Since visiting the continent of Africa and exploring South Africa in December 2017, I started thinking a lot about the Western European/white bias of the entire world we live in, from education to politics to art. I thought a lot about it throughout school, especially when studying art history (that was the thickest, heaviest textbook I ever used, and our teacher said that since the Advanced Placement college-level exam didn’t cover the Asian or African continents that we’d skip over those chapters. Those chapters were HUGE — they basically were half the weight of those textbooks!). In English, our focus was about 99 percent on American or European authors. When we did have the option to read books of our choice, the consideration list was always limited when it came to works from Africa, Asia, or Central/South America. Oceania basically didn’t exist from a literature standpoint. It was unbelievably depressing and made me feel like outside of Western Europe and North America, no where else really mattered or had “high status.”
As an adults, though, we have the responsibility to ourselves and our communities to self-educate and learn about these other areas… assuming we actually care. I’ve tried to read more and educate myself more to make up for the crappy biases I’ve been raised with. It’s definitely an effort.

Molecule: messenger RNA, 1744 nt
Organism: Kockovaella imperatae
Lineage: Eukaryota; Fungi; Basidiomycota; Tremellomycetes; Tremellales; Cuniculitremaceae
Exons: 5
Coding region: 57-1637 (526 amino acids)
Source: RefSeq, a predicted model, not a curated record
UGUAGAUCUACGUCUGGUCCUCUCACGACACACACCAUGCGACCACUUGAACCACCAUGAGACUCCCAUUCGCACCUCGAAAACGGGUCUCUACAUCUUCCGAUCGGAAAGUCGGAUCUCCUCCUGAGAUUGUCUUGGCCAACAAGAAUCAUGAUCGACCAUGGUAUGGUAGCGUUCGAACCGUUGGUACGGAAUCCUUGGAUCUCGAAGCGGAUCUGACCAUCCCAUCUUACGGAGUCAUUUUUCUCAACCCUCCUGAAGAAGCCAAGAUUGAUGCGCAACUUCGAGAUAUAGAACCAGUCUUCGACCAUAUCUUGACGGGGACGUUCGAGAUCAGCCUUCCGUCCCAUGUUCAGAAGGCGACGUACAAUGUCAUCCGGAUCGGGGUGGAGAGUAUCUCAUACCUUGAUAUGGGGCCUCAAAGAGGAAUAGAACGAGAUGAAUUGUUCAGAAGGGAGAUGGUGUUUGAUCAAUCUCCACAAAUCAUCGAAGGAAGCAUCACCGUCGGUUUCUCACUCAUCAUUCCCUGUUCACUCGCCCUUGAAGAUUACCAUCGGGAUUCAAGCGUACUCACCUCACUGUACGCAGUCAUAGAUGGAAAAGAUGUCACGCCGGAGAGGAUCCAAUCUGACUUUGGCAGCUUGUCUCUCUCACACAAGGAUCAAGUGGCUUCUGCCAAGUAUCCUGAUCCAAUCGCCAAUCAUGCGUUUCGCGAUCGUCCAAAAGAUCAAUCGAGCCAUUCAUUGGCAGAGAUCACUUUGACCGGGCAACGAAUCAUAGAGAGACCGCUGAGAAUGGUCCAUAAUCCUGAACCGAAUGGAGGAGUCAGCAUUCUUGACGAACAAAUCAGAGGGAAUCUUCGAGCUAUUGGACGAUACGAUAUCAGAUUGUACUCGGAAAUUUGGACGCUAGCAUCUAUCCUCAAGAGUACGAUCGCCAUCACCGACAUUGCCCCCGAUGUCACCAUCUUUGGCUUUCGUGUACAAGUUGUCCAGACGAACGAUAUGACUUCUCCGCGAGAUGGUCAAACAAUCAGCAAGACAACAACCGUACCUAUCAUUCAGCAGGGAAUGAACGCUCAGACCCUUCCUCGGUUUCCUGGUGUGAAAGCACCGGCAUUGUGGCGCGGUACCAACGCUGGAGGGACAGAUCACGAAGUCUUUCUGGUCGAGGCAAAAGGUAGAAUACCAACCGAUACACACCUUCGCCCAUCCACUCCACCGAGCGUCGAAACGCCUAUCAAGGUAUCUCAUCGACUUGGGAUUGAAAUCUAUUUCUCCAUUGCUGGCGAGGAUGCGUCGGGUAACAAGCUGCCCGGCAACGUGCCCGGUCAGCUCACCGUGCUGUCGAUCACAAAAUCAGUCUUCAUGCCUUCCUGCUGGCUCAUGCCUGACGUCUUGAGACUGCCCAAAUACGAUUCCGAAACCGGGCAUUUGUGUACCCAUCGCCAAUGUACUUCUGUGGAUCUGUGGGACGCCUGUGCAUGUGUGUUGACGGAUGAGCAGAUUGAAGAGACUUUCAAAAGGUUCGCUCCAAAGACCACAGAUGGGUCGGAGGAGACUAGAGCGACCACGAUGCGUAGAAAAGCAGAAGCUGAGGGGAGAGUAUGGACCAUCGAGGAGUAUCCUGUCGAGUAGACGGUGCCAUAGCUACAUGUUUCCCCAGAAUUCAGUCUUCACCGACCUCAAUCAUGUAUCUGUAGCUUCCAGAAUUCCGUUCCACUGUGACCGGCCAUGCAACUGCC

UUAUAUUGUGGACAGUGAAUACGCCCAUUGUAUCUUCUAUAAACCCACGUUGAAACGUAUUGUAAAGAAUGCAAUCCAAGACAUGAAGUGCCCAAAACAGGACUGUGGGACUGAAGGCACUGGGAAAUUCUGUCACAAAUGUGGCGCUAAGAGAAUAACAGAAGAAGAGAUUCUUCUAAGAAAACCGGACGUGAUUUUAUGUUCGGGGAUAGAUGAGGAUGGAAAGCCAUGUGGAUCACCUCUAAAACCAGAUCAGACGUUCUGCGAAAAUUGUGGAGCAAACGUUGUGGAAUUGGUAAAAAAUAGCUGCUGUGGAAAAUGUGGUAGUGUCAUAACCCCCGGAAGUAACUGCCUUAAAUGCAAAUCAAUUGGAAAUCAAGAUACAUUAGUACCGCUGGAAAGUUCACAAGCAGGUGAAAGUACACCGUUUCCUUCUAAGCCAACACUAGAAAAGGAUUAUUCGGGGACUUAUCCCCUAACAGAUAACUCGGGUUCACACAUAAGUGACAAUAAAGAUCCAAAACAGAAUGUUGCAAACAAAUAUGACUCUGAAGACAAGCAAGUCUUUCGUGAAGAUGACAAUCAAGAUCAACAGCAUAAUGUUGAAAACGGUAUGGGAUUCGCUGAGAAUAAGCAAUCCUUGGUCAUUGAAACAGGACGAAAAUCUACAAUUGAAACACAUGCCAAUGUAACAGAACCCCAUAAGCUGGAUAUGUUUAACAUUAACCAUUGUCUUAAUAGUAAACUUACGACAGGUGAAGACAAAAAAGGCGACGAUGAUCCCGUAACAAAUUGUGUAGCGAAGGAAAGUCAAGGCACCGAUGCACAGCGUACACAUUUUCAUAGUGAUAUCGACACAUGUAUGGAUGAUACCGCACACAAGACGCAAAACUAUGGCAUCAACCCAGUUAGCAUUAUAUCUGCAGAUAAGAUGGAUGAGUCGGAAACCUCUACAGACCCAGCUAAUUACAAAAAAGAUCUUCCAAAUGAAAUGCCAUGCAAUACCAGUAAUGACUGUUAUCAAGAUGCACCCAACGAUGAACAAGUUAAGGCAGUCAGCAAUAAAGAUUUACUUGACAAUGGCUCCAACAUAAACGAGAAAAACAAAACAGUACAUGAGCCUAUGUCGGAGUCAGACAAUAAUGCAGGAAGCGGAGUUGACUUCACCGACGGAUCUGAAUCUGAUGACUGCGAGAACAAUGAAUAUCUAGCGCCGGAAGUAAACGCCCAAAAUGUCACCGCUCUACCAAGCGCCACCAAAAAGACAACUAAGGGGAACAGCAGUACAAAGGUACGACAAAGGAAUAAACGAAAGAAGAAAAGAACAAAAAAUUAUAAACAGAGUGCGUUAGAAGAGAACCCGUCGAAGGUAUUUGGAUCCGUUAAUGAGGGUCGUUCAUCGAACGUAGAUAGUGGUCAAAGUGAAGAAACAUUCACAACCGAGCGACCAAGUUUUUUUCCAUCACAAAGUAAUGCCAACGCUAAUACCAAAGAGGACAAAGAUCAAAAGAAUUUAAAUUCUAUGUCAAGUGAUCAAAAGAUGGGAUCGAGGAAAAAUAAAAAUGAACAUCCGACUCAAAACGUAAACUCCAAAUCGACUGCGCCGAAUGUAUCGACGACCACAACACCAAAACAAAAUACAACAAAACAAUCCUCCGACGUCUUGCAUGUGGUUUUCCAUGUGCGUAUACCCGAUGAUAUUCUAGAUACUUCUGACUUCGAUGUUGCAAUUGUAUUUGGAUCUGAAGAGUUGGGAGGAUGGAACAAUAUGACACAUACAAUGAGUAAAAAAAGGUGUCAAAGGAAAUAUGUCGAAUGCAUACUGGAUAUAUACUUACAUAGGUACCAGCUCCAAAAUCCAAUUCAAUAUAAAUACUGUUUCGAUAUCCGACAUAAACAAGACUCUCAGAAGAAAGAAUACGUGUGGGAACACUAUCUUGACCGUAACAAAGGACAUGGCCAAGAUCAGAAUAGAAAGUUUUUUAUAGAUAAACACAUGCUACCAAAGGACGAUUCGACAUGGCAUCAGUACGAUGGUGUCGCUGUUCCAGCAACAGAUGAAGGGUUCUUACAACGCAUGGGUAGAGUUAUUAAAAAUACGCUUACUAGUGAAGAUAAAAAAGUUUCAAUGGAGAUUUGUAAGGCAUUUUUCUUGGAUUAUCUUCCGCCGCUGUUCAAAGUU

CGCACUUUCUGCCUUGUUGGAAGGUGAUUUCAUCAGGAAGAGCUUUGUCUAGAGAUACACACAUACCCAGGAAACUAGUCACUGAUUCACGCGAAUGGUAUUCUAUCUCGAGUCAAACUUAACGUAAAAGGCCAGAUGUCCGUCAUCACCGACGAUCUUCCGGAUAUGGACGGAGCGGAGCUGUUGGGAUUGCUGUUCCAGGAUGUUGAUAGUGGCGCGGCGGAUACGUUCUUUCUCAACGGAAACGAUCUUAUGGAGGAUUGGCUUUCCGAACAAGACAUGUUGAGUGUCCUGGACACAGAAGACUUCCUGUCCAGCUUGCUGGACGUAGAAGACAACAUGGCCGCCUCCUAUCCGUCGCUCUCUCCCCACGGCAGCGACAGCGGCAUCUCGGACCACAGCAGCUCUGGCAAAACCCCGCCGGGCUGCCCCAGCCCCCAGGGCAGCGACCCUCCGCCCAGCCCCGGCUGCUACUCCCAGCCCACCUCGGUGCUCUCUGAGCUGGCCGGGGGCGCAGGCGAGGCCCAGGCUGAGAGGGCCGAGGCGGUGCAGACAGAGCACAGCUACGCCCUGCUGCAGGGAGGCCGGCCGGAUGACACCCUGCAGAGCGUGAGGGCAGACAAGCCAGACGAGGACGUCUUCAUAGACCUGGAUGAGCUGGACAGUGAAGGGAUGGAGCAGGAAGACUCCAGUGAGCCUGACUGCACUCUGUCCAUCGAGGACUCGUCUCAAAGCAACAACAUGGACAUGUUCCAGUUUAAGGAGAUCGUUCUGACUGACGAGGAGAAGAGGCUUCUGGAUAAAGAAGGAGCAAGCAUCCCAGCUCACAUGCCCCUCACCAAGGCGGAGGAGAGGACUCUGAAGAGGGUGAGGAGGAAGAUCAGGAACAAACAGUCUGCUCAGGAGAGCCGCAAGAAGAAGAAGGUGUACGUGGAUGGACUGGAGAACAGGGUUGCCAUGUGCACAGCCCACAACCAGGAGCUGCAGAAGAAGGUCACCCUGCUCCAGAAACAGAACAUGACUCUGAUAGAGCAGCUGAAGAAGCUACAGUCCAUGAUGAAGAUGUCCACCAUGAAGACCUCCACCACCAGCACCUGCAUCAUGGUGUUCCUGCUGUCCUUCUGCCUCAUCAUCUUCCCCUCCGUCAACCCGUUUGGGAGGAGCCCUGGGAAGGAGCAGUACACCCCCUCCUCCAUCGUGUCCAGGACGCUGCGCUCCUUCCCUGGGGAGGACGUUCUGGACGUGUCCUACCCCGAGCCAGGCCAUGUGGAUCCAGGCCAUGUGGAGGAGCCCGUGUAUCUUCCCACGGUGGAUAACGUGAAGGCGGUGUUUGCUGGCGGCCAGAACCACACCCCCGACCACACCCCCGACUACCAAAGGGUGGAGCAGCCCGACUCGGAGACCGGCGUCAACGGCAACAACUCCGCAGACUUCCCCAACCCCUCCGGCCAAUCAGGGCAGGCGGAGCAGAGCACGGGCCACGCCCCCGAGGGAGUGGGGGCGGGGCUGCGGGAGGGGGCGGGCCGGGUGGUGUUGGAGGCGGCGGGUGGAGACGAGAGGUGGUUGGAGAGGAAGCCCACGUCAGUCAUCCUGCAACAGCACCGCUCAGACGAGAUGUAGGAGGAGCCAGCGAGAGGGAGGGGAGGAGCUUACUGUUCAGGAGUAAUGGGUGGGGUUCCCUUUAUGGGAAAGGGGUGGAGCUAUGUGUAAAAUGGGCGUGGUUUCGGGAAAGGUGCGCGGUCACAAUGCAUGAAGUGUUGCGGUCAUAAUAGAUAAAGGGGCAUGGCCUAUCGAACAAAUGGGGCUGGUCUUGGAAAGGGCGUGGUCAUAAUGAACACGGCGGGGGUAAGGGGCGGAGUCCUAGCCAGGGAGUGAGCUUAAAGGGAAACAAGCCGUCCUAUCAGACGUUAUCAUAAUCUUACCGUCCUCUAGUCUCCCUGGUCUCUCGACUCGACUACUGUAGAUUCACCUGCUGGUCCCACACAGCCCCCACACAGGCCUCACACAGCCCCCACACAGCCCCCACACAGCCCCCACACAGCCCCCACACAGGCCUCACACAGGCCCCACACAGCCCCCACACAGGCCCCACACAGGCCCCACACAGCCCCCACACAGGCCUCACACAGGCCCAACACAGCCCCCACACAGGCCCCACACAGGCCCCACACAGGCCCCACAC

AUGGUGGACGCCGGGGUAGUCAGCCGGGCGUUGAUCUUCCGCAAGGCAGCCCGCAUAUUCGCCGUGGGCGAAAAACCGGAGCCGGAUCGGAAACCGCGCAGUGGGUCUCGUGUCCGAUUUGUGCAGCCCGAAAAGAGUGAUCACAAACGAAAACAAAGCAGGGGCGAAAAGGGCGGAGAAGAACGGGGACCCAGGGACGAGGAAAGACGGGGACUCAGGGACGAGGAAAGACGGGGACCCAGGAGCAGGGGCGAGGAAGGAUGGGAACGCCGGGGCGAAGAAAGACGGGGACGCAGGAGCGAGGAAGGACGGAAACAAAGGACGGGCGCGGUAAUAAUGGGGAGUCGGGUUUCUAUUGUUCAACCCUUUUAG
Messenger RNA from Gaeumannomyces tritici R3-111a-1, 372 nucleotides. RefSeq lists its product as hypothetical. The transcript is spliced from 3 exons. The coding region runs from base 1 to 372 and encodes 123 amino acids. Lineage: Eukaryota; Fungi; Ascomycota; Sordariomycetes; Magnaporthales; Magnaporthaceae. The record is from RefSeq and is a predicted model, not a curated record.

I think one major benefit of Trevor Noah taking over as the host of The Daily Show is that he’s showcased so many guests of many backgrounds that normally would not get a spotlight like this. One of the guests he interviewed a while back was Chimamanda Ngozi Adichie, a Nigerian author who splits her time between the U.S. and Nigeria, and writes novels and short stories. She writes about the perception of race across different countries and what feminism means — not directly, but more indirectly. Her direct acknowledgement of the importance of feminism in society comes out a lot more strongly in her interviews. One of her books, Americanah, was a New York Times bestseller, and has been on my reading list for a while. I finally got it from the NYPL and had it sent to my Kindle this past week, and from the first page, I was in love with it. It’s honest, raw, poetic, colorful — you really feel what the characters are feeling. The writing draws you in immediately, and her commentary on black American vs. black Nigerian attitudes, perspectives, and how the world views them is so pointed. I personally think that if we had books like this as assigned reading in school throughout K-12 and beyond, we’d have a more well-rounded education that incorporated more viewpoints around issues that, well, are still a challenge we all face today. We’d be more open-minded, less in denial of things like racism, sexism, classicism, and inequality.